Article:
If you wish to live longer and be healthier but claim you don’t have the time to do the exercise that’s known to help with both, you’re fast running out of excuses. Not to be preachy, but c’mon: Can you not spare 59 minutes a week for walking?
A growing body of evidence finds significant health benefits to everything from short weightlifting sessions to incredibly brief high-intensity aerobic sessions, but also brisk walking or stair-climbing that you can do on a lunch break. Any such effort is liable to make you happier, too.
The latest study, announced this week, finds moderately intense activities such as brisk walks, gardening or dancing for just 10 to 59 minutes per week was linked to an 18 percent lower risk of death from any cause, compared to inactive people, over the 14-year course of the study, which drew from data on 88,140 U.S. residents age 40 to 85.
More is Better
Study subjects managing 2.5 to 5 weekly hours of moderate activity saw risk of death drop by 31 percent, and those doing 25 hours or more saw a 46 percent lower risk. Twenty-five hours a week was found to be a practical limit — death risk actually climbed slightly among those doing more. But hey, who wants to exercise 3.6 hours a day, seven days a week?
The study does not establish cause, the researchers caution, and the data depended on self-reporting, which isn’t always accurate.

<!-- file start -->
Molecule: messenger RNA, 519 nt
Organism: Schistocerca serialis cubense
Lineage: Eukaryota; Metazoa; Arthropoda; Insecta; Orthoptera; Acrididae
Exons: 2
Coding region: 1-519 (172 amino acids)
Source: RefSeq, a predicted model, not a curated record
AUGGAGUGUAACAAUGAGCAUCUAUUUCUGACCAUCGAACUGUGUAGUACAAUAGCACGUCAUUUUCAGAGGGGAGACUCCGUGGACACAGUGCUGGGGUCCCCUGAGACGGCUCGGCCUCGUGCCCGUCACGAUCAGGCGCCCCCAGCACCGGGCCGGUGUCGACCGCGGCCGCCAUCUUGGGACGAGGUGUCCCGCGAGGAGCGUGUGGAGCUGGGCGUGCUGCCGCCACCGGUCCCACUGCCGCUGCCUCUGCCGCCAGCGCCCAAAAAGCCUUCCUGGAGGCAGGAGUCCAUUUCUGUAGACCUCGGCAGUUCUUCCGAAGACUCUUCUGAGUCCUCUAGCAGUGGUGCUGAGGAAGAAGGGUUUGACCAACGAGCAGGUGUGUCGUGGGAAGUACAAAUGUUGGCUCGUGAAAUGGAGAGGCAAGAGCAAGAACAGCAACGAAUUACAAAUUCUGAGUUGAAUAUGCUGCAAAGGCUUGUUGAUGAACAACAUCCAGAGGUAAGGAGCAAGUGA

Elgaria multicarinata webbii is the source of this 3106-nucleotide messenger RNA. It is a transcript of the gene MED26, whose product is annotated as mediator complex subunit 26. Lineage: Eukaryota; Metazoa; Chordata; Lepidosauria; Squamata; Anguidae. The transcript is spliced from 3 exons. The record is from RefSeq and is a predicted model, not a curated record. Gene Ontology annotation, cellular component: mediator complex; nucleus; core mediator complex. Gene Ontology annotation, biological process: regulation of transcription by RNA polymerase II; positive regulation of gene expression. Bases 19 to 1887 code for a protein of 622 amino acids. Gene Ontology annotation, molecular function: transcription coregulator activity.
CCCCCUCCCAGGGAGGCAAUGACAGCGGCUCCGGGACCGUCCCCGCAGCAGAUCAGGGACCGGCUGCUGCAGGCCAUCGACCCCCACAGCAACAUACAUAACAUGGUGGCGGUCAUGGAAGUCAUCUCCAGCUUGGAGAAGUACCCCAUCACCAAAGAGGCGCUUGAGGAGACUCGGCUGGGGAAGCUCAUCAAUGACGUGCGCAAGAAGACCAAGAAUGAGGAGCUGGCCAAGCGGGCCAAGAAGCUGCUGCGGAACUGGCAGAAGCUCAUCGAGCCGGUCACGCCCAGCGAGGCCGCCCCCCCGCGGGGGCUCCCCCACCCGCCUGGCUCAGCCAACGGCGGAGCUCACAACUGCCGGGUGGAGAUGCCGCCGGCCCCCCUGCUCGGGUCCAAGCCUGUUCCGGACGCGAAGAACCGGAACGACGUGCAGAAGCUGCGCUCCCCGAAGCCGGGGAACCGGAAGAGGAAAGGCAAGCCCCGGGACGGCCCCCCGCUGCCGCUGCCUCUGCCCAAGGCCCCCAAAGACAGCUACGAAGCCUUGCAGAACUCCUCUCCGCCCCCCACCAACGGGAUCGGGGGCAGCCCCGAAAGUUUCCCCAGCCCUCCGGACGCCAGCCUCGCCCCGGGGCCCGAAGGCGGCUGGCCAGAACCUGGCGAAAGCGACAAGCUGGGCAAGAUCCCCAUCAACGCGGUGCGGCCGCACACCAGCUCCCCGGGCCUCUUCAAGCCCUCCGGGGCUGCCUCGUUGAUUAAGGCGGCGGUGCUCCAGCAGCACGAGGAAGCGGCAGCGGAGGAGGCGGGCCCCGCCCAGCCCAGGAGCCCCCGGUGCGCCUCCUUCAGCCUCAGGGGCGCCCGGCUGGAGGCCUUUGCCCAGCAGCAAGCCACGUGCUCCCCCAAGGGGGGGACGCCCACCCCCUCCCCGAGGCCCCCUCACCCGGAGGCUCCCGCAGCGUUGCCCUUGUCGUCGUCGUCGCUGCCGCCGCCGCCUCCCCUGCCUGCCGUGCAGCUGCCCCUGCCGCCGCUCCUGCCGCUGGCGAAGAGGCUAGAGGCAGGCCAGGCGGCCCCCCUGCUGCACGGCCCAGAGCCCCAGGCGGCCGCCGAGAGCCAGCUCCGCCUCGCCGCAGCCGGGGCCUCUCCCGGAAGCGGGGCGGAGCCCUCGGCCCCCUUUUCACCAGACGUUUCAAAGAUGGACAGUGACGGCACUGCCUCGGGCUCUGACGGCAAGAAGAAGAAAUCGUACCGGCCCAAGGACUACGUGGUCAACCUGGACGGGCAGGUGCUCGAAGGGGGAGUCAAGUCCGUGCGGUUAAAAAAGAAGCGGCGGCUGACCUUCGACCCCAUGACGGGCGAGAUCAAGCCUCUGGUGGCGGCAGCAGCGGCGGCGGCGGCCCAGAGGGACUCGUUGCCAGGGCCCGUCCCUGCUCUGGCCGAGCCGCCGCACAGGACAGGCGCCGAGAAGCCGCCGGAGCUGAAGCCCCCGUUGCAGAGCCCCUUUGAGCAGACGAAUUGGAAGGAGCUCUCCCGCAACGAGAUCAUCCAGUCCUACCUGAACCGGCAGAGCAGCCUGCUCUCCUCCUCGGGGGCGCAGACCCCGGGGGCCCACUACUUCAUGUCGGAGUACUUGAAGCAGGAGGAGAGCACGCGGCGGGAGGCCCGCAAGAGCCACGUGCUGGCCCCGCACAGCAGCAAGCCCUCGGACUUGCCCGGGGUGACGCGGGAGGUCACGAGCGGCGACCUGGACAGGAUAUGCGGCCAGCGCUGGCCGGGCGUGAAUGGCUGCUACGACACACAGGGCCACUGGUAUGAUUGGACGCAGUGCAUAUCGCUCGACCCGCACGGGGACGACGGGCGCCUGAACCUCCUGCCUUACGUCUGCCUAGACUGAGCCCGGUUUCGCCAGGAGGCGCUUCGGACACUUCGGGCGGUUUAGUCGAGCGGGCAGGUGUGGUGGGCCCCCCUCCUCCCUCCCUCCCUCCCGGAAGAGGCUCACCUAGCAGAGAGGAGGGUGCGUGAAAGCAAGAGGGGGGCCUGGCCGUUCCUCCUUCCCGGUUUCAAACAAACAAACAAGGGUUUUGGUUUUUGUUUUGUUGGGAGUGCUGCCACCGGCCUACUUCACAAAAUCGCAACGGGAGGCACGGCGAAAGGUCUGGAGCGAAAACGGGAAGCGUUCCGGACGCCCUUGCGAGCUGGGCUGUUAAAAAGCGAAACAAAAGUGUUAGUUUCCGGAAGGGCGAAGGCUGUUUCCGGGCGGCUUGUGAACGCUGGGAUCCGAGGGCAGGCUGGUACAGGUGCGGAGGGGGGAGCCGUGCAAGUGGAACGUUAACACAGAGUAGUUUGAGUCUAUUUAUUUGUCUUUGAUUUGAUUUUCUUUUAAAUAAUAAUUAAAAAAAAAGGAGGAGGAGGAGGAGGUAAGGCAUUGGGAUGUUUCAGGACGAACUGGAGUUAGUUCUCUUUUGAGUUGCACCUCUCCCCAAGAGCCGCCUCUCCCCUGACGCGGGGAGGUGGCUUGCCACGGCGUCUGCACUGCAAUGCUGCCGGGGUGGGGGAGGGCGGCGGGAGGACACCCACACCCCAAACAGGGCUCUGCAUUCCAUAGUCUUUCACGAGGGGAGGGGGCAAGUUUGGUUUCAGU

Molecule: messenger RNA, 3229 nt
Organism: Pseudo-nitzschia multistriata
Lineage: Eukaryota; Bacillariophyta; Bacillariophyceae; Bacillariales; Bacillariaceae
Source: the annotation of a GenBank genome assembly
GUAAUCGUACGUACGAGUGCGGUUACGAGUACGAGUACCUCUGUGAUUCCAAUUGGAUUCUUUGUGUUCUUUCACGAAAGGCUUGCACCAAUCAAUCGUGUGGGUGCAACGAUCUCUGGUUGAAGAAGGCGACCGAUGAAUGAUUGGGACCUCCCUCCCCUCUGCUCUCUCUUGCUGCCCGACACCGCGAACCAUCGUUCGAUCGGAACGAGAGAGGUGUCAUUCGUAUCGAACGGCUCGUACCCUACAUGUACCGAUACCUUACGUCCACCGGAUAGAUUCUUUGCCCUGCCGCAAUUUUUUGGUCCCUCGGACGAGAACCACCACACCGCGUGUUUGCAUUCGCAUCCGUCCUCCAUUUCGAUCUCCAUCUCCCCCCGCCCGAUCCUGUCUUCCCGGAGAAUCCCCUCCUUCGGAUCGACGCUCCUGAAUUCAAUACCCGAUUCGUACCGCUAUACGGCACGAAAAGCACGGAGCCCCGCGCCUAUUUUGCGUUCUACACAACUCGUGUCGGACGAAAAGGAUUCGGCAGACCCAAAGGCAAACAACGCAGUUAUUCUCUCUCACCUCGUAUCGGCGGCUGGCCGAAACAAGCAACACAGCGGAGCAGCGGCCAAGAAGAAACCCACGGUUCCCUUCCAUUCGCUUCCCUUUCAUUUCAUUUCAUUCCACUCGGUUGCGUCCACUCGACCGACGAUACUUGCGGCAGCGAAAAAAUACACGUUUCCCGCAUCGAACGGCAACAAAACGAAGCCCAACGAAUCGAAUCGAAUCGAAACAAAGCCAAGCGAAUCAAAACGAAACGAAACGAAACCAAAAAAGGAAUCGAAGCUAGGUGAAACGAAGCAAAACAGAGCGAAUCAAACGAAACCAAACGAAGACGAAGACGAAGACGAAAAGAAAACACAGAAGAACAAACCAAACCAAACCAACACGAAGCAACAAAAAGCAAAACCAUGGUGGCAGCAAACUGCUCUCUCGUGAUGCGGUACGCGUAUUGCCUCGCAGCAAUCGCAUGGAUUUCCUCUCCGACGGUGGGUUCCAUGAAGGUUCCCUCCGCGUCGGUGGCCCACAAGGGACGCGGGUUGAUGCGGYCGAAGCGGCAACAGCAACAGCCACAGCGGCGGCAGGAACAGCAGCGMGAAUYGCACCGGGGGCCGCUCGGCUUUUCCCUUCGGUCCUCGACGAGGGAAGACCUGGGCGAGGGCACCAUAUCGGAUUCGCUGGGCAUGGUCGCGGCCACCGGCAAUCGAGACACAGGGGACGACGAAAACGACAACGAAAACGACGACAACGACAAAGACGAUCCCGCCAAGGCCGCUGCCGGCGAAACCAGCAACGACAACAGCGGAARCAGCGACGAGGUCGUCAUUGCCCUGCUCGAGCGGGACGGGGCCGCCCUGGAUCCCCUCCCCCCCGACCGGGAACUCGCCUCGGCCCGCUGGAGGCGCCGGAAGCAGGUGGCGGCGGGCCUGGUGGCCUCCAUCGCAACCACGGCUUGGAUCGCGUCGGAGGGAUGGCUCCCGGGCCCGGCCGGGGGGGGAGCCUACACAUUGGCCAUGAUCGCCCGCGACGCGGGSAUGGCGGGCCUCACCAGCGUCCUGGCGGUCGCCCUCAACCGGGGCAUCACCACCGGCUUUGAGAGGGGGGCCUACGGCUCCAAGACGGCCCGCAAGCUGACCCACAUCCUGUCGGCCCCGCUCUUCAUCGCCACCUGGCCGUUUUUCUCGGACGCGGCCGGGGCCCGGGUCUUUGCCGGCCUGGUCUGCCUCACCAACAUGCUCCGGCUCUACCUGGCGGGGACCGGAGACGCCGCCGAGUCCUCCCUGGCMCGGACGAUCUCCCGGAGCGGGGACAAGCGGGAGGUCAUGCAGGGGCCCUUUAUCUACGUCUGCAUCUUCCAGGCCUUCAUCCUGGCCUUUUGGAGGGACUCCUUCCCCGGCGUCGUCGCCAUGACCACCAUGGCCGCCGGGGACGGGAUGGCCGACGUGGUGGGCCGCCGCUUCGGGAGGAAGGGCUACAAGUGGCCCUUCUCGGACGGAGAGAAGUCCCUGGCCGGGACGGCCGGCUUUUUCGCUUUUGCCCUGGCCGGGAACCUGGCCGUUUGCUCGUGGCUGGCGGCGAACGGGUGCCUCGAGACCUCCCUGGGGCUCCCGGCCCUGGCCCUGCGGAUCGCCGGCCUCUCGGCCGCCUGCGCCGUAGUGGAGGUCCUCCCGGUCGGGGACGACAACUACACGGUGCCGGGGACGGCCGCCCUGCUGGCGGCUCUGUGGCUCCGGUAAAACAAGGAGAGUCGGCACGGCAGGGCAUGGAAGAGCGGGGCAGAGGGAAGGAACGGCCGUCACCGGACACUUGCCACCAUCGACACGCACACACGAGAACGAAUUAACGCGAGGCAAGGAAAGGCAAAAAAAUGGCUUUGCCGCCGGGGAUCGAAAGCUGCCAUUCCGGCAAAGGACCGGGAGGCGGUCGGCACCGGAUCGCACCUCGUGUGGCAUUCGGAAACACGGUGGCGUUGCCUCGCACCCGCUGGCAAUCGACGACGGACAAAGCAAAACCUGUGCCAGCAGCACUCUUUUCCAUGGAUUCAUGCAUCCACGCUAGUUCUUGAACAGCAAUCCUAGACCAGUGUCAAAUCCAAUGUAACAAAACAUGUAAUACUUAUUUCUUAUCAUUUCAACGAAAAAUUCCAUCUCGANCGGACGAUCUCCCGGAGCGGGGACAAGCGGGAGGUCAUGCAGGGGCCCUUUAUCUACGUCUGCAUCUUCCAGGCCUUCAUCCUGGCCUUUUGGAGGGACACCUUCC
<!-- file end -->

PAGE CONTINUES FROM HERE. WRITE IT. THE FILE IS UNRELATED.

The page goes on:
That duly noted, the results were even more favorable for people who participated in vigorous activities, like running, cycling or competitive sports.
“Participation in vigorous-intensity activity is more time-efficient than moderate-intensity activity,” the researchers report this week in the online version of the British Journal of Sports Medicine. “Vigorous-intensity physical activity may be an attractive option for able-bodied individuals with limited time.”
Curious what “brisk walking” means? Another researcher found a way tofigure out the right pace without any fancy devices.
A Better Threshold?
Harvard health researchers, prior to the latest research, offered this advice to gain clear benefits from exercise:
- Walk briskly for at least 30 minutes, five days a week. Or…
- Do intense aerobic exercise for at least 20 minutes, three days a week.
While an hour of walking per week has now been shown to be better than none, the Harvard guidelines are probably a better rule of thumb for anyone serious about their health, and about hanging around long enough to see which set of guidelines is best.
According to the American Heart Association, brisk walking 2.5 hours a week not only improves blood pressure and cholesterol levels, it increased energy and stamina, improves mood and mental well-being, and improves both sleep and cognitive abilities. And here’s an interest statistic, also from the Heart Association, to get you motivated for each and every outing:
“For every hour of brisk walking, life expectancy for some people may increase by two hours.”